Return to Dr. Bronson's St. Augustine History
Union Does It Own Raids
Sergt. Major Henry James, Third USCT
by Gil Wilson
DEPARTMENT OF THE SOUTH, No. 42.
Hilton Head,
April 12, 1865.

On March 7, 1865, a party of colored soldiers and scouts, thirty in number,
commanded by Sergt. Maj. Henry James, Third U. S. Colored Troops, left
Jacksonville, Fla., and penetrated into the interior through Marion County. They
rescued 91 negroes from slavery, captured 4 white prisoners, 2 wagons, and
24. horses and mules; destroyed a sugar- mill and a distillery, which were used
by the rebel Government together with their stocks of sugar and liquor, and
burned the bridge over the Oclawaha River. When returning they were attacked
by a band of over fifty cavalry, whom they defeated and drove off with a loss of
more than thirty to the rebels. After a long and rapid march they arrived at Saint
Augustine on March 12, having lost but 2 killed and 4 wounded. This expedition,
planned and executed by colored men under the command of a colored
non-commissioned officer, reflects great credit upon the brave participants and
their leader. The major- general commanding thanks these courageous soldiers
and scouts and holds up their conduct to their comrades in arms as an example
worthy of emulation.

By command of Maj. Gen. Q. A. Gillinore:
W. L. M. BURGER, Assistant Adjutant- General.


Bates, Samuel P.
History of the Pennsylvania Volunteers, 1861-65, Harrisburg,
1868-1871:
On one occasion, a body of twenty-nine enlisted men of the Third, and one
private of another regiment, all under command of Sergeant Major Henry
James, proceeded about sixty miles up the St. John's in boats, rowing by night,
and hiding in the swamps by day, marched thence thirty miles into the interior,
gathered together fifty or sixty contrabands, besides several horses and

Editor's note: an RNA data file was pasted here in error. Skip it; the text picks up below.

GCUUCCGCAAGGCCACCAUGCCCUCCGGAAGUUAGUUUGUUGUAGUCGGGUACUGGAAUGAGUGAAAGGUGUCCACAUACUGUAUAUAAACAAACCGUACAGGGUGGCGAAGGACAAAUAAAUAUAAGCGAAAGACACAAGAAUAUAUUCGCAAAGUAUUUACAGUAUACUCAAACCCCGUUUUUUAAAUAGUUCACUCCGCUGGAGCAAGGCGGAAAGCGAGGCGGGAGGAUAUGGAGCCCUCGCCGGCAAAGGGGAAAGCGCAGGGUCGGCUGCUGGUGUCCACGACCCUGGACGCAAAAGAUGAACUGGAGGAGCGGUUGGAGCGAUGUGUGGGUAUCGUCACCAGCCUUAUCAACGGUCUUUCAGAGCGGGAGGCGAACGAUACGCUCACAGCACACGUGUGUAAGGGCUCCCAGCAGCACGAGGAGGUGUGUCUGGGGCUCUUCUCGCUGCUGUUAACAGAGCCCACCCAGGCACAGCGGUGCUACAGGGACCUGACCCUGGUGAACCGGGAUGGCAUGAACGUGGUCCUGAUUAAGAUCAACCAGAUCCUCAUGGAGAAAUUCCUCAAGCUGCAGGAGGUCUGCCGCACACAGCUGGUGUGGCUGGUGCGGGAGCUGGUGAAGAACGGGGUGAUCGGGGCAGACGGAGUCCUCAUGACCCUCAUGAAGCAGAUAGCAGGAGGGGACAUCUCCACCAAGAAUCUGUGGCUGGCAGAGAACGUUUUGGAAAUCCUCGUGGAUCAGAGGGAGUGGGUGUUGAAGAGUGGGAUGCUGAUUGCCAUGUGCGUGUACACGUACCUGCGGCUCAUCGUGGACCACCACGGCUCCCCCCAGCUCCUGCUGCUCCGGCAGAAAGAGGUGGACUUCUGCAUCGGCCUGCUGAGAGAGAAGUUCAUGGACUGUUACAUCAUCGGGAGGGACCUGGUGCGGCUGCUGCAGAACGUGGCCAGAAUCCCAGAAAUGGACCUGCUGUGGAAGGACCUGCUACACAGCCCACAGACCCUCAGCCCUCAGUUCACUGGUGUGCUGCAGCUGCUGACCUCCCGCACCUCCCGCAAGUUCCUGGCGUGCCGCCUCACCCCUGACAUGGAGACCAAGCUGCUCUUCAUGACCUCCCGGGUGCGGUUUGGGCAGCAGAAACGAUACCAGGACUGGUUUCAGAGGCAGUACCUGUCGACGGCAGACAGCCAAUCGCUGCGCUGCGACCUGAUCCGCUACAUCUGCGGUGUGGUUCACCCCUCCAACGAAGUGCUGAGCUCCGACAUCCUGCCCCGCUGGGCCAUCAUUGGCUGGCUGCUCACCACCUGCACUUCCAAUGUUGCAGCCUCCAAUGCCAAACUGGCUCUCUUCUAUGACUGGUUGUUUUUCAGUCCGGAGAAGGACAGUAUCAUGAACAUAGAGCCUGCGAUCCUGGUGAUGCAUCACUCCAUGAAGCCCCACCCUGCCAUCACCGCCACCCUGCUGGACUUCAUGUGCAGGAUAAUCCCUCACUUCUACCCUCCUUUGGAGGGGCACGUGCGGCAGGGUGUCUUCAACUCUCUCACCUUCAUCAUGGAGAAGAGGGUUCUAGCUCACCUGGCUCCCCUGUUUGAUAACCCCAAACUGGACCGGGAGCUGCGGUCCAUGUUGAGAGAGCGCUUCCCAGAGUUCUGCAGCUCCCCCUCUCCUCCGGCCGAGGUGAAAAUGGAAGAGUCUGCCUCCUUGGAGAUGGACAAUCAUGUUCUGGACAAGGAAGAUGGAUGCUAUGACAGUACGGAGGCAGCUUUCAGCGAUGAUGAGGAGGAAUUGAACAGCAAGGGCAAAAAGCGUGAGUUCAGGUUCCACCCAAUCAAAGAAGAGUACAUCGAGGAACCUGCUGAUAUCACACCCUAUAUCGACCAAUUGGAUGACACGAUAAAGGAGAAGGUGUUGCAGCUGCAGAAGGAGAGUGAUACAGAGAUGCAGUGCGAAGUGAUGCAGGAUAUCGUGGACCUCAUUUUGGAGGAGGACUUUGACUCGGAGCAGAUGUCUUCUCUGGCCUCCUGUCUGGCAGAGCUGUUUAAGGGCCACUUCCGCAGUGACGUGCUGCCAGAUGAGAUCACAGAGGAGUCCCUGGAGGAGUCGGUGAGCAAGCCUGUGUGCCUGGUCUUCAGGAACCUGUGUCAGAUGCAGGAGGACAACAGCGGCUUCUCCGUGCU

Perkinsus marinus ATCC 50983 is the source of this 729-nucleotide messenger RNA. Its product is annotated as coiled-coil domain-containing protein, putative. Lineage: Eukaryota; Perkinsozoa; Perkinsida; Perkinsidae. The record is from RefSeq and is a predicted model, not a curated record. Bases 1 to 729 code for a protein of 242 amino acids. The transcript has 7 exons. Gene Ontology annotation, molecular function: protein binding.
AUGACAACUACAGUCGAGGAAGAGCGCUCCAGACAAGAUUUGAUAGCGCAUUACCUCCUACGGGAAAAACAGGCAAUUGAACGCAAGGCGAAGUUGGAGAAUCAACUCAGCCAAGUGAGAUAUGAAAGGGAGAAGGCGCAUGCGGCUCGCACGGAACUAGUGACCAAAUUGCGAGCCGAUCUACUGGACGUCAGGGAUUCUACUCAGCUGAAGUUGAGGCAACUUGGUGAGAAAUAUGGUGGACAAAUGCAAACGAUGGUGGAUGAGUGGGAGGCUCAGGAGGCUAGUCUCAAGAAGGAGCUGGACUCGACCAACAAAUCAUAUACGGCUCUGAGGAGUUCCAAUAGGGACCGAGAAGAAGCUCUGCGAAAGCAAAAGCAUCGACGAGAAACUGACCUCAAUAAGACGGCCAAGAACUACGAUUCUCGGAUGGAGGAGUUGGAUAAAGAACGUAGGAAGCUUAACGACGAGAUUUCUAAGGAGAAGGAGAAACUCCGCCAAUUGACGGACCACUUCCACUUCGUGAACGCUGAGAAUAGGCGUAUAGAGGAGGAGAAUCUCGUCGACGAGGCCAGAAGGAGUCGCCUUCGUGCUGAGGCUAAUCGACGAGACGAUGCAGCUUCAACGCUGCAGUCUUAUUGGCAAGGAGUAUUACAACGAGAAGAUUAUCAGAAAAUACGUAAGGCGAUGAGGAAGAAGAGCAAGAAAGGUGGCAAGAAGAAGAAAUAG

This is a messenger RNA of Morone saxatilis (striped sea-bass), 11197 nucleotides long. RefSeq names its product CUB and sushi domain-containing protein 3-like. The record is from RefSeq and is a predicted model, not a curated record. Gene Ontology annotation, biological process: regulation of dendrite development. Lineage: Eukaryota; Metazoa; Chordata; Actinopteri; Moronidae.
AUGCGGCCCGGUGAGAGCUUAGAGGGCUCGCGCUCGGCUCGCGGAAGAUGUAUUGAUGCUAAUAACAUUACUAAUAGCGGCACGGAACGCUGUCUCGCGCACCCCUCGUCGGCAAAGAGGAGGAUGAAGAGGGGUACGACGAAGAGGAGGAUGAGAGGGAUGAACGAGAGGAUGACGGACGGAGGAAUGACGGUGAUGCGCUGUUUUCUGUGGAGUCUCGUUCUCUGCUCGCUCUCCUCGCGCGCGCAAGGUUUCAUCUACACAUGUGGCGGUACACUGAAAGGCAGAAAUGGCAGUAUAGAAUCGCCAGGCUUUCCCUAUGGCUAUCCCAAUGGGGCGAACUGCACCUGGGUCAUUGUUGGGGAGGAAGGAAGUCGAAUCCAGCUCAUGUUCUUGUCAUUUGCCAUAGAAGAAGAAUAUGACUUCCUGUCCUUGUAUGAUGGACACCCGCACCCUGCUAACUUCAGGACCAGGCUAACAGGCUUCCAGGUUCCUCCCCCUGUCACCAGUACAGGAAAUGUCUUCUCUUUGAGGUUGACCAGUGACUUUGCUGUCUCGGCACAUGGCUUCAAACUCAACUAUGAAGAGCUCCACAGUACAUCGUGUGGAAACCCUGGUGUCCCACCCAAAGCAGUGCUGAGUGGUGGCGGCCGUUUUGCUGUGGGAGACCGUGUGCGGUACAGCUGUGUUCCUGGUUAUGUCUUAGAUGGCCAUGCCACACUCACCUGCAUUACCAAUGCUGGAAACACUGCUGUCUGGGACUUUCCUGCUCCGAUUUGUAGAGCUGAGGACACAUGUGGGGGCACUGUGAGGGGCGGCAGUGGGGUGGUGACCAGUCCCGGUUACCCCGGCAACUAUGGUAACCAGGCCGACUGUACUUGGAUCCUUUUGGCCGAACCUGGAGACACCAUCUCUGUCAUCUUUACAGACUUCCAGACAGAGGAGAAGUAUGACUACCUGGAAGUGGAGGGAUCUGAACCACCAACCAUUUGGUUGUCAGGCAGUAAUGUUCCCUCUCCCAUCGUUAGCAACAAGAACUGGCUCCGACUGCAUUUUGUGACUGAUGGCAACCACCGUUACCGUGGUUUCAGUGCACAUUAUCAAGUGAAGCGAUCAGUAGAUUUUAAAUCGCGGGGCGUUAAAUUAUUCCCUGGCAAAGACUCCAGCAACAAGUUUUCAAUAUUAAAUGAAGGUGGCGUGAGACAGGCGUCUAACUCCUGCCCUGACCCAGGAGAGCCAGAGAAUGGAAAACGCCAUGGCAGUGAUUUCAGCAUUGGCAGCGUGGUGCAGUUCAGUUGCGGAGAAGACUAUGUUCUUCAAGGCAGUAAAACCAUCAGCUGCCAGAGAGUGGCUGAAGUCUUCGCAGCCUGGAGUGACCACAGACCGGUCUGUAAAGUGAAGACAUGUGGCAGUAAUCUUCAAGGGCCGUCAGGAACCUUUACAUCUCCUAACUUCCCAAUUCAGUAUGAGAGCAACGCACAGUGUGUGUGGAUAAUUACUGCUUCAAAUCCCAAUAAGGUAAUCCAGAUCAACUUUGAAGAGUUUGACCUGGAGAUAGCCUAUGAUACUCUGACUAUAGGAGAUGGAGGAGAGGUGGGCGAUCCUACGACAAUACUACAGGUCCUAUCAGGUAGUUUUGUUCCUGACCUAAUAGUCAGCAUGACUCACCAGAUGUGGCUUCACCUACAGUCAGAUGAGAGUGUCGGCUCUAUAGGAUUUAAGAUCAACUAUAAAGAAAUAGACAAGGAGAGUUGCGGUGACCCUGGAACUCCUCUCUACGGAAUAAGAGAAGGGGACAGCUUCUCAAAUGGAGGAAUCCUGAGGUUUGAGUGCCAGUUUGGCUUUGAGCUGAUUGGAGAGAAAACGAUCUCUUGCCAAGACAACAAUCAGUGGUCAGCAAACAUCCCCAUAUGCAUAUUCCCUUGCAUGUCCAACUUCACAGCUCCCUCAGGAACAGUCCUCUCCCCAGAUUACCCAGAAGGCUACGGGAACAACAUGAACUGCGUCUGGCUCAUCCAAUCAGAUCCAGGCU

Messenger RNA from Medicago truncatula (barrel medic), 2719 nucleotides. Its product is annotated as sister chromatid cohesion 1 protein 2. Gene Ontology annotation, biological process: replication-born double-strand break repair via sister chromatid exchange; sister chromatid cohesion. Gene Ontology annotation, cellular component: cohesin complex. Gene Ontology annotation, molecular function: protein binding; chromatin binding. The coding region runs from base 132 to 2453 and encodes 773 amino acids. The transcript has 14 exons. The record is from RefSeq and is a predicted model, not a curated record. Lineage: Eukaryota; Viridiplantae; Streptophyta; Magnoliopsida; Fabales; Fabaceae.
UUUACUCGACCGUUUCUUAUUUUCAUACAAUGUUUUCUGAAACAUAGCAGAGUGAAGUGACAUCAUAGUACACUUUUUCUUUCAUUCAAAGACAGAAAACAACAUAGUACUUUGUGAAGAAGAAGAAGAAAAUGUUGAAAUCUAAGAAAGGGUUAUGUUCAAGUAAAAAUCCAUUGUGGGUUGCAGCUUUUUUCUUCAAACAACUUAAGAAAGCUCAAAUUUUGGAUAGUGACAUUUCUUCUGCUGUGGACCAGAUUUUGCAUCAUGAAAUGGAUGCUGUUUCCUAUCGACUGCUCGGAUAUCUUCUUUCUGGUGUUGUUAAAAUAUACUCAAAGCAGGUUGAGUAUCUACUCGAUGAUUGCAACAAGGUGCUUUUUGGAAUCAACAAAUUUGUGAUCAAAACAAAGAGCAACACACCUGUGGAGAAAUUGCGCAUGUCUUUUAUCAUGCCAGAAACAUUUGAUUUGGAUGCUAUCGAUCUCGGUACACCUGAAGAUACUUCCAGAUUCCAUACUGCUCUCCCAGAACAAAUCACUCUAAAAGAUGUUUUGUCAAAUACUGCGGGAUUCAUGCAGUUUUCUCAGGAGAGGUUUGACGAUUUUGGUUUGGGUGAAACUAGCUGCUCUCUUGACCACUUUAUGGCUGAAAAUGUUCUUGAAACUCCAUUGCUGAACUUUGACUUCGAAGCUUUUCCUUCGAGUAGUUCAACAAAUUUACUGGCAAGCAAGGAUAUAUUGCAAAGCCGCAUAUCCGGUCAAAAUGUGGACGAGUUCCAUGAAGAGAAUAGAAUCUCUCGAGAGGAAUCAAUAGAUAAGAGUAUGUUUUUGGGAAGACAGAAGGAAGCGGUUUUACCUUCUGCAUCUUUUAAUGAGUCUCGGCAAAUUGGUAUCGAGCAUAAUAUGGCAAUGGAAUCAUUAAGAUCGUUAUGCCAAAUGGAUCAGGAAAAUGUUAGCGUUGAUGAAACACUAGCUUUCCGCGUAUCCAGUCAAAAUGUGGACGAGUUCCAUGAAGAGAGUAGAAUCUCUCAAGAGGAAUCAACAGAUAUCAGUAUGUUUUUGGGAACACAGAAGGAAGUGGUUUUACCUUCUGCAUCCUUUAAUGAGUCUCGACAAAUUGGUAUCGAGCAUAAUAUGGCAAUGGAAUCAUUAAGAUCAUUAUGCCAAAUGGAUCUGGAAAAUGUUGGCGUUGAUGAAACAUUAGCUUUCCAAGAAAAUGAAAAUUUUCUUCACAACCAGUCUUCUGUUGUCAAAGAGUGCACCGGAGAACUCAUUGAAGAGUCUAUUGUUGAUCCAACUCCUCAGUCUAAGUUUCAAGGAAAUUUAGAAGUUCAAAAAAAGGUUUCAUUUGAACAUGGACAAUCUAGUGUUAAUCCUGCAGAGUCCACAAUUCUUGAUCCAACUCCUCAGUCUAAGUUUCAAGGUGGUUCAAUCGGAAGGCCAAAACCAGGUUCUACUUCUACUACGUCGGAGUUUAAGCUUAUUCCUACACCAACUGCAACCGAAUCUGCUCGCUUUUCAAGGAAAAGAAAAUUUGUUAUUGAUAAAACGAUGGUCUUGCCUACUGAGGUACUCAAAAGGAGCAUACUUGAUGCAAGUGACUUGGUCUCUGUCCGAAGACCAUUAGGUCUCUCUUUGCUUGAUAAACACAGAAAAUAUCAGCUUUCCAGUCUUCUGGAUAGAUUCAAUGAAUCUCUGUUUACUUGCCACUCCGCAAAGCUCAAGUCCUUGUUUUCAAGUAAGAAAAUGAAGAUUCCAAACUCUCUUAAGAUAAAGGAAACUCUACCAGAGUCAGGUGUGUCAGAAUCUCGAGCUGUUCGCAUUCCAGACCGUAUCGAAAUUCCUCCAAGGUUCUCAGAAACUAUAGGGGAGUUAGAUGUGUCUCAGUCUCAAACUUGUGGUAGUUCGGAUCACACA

wagons, burned store-houses and a distillery belonging to the rebel
government, and returned bringing their recruits and spoils all safely into camp.

On their return, they were intercepted by a body of cavalry, which was beaten
off after a brisk fight, and they succeeded in crossing the St. John's without
loss, carrying with them their wounded. The courage and good conduct
displayed by the party in this affair, composed as it was, entirely of colored
soldiers, were highly creditable, and were commended in an order by the
General commanding the Department of the South. It was somewhat
remarkable, that the regiment never lost a man as prisoner, though raiding
parties not unfrequently were beaten, and driven by superior numbers. The
general feeling among the men seemed to be, that immediate death was
preferable to the treatment likely to be experienced as prisoners, On one
occasion, a soldier who had been surrounded and driven into the river,
stubbornly refused repeated calls to surrender, and was killed on the spot.

- - -
The St. Augustine version:
Twenty five Colored men from Col. Tightman's regiment stationed in
Jacksonville went out on a raid last week in this state, and brought in to this City
seventy contrabands. They were the most destitute objects I ever saw. Many of
them almost entirely naked. The teachers of the F. A. Ass. having some money
resulting from the sale of books and other means which we could raise have
been very busy this week in making up clothes for the women and children; and
we shall soon have them in a comfortable condition to remain here on ? when
as government may see fit to dispose of them. They (raiders) also brought in
some fine horses and mules.

They would have brought more people and more booty had they not been
betrayed by a girl on a plantation where they had killed the overseer, burned the
sugar mill with a quantity of sugar syrup and whiskey and the body of the